Fish and Wildlife
Given the variety of fish and wildlife species in Oregon, the effects of climate change on them could be far-reaching. Below is an example of how climate change may impact native salmon.
Concerns have been clearly voiced about the effects of climate change on the distribution and fitness of native salmon in the Pacific Northwest. A great deal of discussion dedicated to monitoring and predicting climate change effects on salmon populations in this region has occurred, with analysis of how various factors such as temperature, flow, sedimentation and snowpack will impact fish at each stage of their life cycle (e.g. Bratten et al. 2007; Farrell et al. 2008; Yates et al. 2008). However, the implications of climate change for altered disease effects are rarely considered despite the role that pathogens play in regulating these host populations (Marcogliese 2001). Disease transmission and development may be critical factors at increased temperatures (Rand et al. 2006), and for salmon, temperatures above the threshold of 17-18˚C increase loss associated with disease and parasites (Farrell et al. 2008).
Epizootics in salmon as a result of viral, bacterial, fungal and parasitic pathogens have been documented under conditions of increased temperature (Doppelt et al. 2009, Traxler and Rankin 1989). Examples include the 2002 adult fish kill in the Klamath River (Guillen 2003) and similar circumstances in 2004 where fish perished in the Fraser River as a result of disease during periods of high temperature (Rand et al. 2006). More important for long-term effects on salmon are parasites that cause chronic loss of juvenile fish. In the Klamath River, the primary pathogen for outmigrant smolts is Ceratomyxa shasta (Nichols et al. 2009). This myxozoan is endemic in most large rivers in the Pacific Northwest and infects all species of Pacific salmon. The C. shasta life cycle is complex and involves the polychaete Manayunkia speciosa (Bartholomew et al. 1997), with myxospore stages of the parasite released from the fish infecting the polychaete, and actinospore stages released from the polychaete infecting the fish.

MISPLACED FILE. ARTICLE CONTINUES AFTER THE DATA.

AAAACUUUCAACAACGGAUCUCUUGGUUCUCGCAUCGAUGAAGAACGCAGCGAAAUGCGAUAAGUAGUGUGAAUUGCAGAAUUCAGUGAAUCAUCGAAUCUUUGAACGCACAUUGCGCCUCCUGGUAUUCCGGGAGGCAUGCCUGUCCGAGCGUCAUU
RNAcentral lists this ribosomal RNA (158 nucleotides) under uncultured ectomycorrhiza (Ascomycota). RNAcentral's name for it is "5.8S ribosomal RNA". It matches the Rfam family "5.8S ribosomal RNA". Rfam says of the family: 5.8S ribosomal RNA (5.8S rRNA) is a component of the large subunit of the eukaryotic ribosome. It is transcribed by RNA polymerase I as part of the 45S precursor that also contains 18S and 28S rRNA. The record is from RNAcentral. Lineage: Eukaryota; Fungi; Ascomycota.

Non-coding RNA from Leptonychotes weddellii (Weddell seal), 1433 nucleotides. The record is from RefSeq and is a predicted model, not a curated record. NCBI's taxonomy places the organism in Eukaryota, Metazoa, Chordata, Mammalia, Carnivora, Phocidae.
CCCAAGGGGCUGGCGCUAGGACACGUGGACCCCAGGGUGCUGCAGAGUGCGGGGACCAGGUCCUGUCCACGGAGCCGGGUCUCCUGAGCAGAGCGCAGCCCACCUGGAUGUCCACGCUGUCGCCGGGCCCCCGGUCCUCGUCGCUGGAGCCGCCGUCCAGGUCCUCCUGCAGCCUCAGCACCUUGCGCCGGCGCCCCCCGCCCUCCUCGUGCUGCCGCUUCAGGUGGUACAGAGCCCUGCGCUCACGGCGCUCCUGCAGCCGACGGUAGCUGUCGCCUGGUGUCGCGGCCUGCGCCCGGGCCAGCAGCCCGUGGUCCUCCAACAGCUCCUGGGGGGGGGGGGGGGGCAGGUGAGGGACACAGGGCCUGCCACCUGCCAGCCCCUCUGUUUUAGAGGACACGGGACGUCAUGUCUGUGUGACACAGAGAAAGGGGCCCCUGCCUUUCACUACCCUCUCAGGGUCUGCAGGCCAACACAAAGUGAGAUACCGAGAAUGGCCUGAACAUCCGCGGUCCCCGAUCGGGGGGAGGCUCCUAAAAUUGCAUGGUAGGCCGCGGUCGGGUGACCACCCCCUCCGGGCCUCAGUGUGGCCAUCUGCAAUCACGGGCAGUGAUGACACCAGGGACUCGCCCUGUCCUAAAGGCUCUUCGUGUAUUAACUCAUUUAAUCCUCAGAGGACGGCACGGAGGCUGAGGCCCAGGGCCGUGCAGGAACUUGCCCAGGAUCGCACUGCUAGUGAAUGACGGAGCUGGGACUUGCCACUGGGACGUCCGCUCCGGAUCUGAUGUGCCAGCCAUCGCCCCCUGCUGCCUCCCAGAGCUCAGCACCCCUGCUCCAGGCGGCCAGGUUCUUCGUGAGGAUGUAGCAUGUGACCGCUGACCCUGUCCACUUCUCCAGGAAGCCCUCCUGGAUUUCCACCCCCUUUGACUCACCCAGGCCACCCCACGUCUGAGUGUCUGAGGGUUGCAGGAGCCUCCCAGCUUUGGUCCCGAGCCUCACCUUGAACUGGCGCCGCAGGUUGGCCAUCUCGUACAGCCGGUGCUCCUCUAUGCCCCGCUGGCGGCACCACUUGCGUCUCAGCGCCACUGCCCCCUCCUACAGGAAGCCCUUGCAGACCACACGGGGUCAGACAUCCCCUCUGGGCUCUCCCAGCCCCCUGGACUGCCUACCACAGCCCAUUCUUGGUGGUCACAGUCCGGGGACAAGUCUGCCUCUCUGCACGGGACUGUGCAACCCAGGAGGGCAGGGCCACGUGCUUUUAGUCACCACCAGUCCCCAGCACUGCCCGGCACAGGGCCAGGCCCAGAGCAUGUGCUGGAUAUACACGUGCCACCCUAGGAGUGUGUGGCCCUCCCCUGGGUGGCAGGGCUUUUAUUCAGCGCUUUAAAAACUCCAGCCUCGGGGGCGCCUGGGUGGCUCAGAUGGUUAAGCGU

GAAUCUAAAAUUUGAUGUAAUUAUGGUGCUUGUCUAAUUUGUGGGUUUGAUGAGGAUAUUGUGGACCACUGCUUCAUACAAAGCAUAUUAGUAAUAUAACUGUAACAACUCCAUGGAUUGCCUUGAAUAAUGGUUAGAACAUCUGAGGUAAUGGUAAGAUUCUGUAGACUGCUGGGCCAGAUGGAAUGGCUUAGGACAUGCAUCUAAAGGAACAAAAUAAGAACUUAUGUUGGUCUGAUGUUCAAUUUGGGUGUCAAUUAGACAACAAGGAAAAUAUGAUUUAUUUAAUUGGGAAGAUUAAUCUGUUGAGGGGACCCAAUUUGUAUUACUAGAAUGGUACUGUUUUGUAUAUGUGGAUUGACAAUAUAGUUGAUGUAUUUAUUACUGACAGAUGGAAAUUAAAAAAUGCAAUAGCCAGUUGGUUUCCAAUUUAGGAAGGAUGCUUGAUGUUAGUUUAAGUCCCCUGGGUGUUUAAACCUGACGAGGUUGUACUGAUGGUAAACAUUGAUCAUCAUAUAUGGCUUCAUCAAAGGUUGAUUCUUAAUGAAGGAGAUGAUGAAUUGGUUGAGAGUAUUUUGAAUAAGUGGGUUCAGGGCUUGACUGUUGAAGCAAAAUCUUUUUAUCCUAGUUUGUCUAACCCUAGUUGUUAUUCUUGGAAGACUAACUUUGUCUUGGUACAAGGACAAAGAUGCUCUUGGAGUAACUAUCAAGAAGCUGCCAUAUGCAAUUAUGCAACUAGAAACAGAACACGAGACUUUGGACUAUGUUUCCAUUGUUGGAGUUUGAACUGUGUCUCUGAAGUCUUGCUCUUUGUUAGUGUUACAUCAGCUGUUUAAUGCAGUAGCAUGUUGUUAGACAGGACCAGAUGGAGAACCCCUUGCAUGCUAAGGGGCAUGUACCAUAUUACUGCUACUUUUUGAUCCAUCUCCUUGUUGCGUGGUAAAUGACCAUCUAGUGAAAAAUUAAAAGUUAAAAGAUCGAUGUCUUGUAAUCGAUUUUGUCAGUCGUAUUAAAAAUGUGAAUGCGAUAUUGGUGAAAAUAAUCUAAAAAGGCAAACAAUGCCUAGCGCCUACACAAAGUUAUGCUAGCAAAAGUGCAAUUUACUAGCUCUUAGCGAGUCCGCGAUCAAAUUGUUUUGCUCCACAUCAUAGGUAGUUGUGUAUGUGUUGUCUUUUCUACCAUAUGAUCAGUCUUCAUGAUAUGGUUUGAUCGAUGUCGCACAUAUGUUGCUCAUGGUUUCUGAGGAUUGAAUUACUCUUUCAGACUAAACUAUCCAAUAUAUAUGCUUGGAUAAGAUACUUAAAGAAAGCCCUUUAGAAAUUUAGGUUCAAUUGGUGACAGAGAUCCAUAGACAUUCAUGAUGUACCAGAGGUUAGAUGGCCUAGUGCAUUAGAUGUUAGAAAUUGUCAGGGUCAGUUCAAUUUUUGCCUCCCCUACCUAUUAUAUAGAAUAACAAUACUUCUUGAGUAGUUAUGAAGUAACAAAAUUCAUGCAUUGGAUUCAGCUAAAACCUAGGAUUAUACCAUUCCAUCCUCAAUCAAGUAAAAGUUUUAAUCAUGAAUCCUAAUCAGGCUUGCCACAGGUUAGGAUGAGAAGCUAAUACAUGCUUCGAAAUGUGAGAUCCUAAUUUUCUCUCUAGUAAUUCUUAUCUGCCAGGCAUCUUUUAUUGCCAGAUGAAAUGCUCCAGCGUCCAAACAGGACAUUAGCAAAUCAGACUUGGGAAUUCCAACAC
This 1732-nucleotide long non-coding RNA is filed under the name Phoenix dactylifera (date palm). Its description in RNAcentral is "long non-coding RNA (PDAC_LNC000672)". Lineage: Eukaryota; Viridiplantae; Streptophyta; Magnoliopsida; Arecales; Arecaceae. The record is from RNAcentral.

It is clear that the consequences of climate change on host:pathogen interactions are numerous and for salmonids include: 1) altered impacts of pathogens as their virulence and/or densities increase and as the fitness of salmon is challenged by increasing temperatures; 2) changes in seasonal disease cycles with milder winter temperatures; and 3) altered distribution of pathogens as cold-temperature constraints are reduced. Added to this is the altered effectiveness of management strategies as the amount of cold, fresh water becomes limited. These changes will be seen not only in the microcosm of the Klamath River, but will occur throughout the Pacific Northwest. The challenge will be to predict changes in disease in response to climate so that we can understand and mitigate the effects on wild populations and aquaculture programs that rely on surface water.
Battin, J. M. Wiley, W., Ruckelshaus, M. H., Palmer, R. N., Korb, E., Bartz, K. K. and Imaki, H. (2007) Projected impacts of climate change on salmon habitat restoration. Proceedings of the National Academy of Sciences 104: 6720-6725.
Farrell, A. P., Hinch, S. G., Cooke, S. J., Patterson, D. A., Crossin, G. T., Lapointe, M. and Mathes, M. T. (2008) Pacific salmon in hot water: applying aerobic scope models and biotelemetry to predict the success of spawning migrations. Physiological and Biochemical Zoology 81:697-708.
Yates, D., Galbraith, H., Purkey, D., Huber-Lee, A., West, J., Herrod-Julius, S. and Joyce, B. 2008. Climate warming, water storage, and Chinook salmon in California’s Sacramento Valley. Climate Change 91:335-350.
Marcogliese, D.J. (2001) Implications of climate change for parasitism of animals in the aquatic environment. Canadian Journal of Zoology 79: 1331–1352.